Shinmachi Juku

Gojo is a small city in Nara Prefecture, about an hour and a half from Osaka by train、and is on the way to the famous monastery-mountain Mt. Koya. Well-off the beaten tourist track, it gets few visitors, but if you’re ever in the area, you might want to stop off and see the Shinmachi area, a semi-preserved area with a lot of nice old buildings.

The area has 77 buildings which have been preserved from the Edo Period (1603 to 1868) and 19 from the Meiji Period (1868-1912). It used to part of the Kishuu Kaido, a highway that ran between Wakayama and Osaka. Around 1960, however, a highway was built nearby, and people gradually stopped coming to the area.

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Niche Blogs

I guess every blogger in Japan sometimes envies the Japan Probes and the Danny Choos and the millions of visitors they get. I read them and enjoy them, but sometimes I think the blogs that take the most creativity and work are the little niche blogs with a narrow focus. There are quite a few of them that I visit regularly, and I’m always surprised at how they keep coming up with so much interesting content on a narrow topic.

Today I’m profiling a few of the most interesting ones:

How to be heian

In How to be Heian Japanese, a blog on the bizarre customs and lifestyles of people in the Heian Period (794-1185), you’ll learn about how people were known to call off marriages if their potential partner’s calligraphy was not up to snuff, how women never cut their hair, and how courtiers all had litter boxes in their rooms.

Onsen soaker

Onsen Soaker is written by a hot spring fanatic who goes on more than a hundred bathing expeditions a year. There are tons of great hot springs here that you’ll never find in the guidebooks, and the Japanese writer always has interesting observations about them. She’s a real connoisseur and will tell you about the quality of the water, the facilities, and much more. She visits hot springs all over Japan, and provides detailed access information for all of them. My only complaint is that I can’t see the photos when I visit this site in Firefox, but it works fine in Chrome.
drivers seat

Japan From the Driver’s Seat is the blog of Michael Cash, an American Truck Driver living and working in Japan. The majority of his photos are taken from inside his truck, which must be an enormous challenge. Being a truck driver, he gets to a lot of places most people never see, and he has a great sense of humor.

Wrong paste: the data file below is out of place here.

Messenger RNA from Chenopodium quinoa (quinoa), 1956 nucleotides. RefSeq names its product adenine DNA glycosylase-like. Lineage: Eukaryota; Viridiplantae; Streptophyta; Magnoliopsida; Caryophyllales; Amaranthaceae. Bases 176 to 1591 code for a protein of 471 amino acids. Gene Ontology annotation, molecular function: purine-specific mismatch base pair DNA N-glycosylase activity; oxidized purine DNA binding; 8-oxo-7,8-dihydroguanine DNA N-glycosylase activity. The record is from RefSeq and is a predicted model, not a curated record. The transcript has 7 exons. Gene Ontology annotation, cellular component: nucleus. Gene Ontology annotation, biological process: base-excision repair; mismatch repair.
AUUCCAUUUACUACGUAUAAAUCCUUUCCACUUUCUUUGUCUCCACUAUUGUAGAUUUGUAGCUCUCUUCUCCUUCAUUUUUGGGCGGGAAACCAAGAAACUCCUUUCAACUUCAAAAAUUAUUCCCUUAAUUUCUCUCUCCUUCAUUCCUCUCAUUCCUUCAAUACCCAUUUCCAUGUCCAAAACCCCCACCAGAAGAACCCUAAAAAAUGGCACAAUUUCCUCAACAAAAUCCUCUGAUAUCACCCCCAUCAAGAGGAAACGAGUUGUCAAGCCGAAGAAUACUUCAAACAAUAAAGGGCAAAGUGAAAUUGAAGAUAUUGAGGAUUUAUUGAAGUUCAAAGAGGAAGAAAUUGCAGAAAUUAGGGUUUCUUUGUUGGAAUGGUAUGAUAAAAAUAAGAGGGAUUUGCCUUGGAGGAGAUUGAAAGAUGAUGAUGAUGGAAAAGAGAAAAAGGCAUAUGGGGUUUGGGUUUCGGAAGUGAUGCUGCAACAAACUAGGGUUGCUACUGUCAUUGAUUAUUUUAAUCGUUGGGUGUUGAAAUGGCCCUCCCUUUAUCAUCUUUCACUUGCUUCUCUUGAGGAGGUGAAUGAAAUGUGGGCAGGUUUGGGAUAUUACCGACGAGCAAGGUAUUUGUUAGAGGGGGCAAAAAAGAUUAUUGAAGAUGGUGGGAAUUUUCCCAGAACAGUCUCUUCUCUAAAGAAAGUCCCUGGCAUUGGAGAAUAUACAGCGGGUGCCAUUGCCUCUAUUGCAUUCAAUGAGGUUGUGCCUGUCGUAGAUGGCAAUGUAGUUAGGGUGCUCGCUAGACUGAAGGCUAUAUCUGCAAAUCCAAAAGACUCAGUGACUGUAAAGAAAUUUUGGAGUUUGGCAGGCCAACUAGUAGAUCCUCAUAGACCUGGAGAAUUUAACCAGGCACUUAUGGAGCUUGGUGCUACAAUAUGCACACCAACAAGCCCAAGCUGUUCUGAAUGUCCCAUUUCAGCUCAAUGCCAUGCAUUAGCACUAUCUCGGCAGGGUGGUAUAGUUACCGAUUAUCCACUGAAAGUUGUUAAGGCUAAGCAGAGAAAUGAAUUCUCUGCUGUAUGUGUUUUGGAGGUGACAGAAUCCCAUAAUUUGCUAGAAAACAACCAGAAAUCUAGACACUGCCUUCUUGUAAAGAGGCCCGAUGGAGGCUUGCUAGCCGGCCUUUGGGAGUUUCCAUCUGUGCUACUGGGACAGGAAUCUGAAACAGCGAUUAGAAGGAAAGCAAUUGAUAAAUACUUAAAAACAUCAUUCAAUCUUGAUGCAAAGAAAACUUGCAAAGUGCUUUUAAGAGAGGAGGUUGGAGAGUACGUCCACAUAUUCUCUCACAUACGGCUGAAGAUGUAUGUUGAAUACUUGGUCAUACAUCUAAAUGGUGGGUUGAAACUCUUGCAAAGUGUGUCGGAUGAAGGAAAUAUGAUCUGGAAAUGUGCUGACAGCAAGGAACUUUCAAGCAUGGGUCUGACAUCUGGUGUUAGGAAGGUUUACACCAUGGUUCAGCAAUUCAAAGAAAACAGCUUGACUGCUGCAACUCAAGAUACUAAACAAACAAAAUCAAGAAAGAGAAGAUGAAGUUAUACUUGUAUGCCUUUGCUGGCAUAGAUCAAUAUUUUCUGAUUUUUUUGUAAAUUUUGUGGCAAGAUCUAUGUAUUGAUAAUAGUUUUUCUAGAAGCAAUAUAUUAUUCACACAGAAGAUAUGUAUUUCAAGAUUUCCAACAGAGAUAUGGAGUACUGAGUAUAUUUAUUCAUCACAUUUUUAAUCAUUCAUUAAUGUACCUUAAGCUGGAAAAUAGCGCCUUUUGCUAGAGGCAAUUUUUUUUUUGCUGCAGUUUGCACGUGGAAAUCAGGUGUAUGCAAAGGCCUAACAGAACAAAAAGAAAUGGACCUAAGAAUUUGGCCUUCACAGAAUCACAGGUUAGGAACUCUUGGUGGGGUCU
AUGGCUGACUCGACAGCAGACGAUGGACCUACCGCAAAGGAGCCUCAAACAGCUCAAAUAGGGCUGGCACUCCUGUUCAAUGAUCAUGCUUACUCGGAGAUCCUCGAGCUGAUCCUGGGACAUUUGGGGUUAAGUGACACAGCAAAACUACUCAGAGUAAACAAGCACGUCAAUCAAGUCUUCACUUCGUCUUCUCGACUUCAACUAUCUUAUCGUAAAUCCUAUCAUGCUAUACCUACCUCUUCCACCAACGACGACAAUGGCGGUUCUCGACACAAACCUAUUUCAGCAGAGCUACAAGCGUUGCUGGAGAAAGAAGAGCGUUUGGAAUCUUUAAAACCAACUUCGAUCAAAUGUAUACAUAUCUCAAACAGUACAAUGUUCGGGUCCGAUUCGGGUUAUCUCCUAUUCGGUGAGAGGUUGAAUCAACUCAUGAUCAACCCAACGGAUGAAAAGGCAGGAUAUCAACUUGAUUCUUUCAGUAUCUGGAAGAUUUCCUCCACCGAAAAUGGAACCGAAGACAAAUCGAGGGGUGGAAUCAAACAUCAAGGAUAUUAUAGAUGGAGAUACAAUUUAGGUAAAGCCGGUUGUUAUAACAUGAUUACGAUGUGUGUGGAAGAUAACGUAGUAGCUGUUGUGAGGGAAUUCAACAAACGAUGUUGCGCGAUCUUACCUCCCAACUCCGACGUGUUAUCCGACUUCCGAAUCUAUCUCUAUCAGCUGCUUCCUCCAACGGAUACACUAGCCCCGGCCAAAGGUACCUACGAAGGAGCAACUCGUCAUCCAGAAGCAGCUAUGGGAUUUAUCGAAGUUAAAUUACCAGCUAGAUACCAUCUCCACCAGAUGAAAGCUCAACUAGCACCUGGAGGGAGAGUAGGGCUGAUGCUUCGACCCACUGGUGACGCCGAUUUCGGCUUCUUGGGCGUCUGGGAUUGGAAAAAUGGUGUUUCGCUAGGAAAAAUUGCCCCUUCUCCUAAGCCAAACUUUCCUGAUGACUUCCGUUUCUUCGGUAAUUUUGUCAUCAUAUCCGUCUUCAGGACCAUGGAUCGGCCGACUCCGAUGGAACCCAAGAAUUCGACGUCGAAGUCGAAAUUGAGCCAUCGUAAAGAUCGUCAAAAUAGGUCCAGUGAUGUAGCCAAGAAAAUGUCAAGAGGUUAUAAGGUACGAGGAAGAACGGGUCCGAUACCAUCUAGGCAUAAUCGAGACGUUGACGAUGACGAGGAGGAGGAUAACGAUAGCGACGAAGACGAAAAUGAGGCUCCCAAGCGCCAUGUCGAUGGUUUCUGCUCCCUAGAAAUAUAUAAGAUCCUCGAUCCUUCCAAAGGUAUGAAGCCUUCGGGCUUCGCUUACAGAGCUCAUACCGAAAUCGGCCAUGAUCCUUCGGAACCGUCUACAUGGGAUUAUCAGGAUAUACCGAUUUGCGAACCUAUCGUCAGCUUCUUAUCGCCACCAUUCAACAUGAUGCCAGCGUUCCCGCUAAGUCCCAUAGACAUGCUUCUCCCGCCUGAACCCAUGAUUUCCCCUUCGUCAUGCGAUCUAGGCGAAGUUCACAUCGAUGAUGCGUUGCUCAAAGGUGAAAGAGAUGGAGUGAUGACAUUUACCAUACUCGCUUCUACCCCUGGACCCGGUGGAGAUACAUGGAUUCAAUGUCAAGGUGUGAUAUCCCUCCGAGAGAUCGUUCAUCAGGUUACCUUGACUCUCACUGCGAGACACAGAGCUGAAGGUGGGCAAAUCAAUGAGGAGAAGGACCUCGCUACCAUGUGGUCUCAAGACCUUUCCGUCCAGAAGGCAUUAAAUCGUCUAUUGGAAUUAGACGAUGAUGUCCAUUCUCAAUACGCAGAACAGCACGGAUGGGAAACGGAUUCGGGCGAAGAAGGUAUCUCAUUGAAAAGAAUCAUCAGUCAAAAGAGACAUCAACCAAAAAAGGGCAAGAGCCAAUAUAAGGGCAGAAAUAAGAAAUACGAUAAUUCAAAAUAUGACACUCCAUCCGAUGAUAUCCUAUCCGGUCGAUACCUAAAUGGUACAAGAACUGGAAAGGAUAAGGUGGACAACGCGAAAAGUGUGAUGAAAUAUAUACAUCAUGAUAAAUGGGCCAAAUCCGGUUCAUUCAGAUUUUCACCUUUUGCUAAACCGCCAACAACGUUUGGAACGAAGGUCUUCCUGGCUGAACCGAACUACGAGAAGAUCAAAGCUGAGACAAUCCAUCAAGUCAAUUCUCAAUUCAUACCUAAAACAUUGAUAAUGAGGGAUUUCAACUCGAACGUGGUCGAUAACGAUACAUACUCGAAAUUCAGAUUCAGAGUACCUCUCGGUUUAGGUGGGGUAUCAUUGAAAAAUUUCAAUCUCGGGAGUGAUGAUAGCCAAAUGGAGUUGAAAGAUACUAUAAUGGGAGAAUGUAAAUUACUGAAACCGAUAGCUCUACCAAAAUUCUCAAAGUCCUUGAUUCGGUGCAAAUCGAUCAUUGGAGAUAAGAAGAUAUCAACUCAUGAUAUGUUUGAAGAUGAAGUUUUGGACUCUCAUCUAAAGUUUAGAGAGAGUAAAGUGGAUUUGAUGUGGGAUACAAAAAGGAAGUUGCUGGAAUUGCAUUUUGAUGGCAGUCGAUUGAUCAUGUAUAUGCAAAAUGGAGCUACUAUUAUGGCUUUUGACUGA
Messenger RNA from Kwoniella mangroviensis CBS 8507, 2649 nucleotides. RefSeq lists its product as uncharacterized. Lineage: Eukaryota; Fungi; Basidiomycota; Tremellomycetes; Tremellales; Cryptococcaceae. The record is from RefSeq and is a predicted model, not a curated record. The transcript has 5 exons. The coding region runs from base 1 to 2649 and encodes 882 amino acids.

as I see Japan

As I see Japan…from L.A. faces what I would have thought would be an insurmountable handicap for a blogger.Since he’s not in-country the blogger posts  movie and book reviews. I’m not into samurai movies, but I find his history book reviews really interesting. They’re actually closer to summaries, and he always picks out interesting things. For example, I really enjoyed this post where he writes:

However, most of these [samurai] stereotypes are not based in reality. Medieval samurai often used deception or surprise to defeat an enemy. Samurai fought not just for honor but usually for very clear rewards.
One of the biggest myths of the samurai is that the samurai sword was his primary weapon, the soul of the samurai. However, during most of samurai history, it was the bow and arrow that was the true weapon of the samurai. It is true they carried a sword but it was a back-up weapon. Similar to modern soldier whose primary weapon is a rifle but they also carry a sidearm. It was not until the 250 years of peace during Edo period under the rule of the Tokugawa shoguns where the samurai considered the sword to be their soul.
Gaijin tonic
Gaijin Tonic treats as its subject everything related to alcohol in Japan. There are good posts on Japanese drinking games, an Alcatraz-themed restaurant, and Tokyo’s Top Ten Weird Watering Holes.” It’s all written with humor and style, and never gets old.
Japanese law blog
Read a few posts of the Japanese Law Blog, and you’ll be amazed at how much Japanese society is changing. Posts about the government’s plan to allow couples to have separate surnames, proposals to lower the voting age, lay judges, and changes to the organ donation laws make you realize that there are big things afoot right now. It’s surprisingly readable without too much legalese, and I find it adds some much needed analysis to the poorly reported stories in Japan’s English dailies.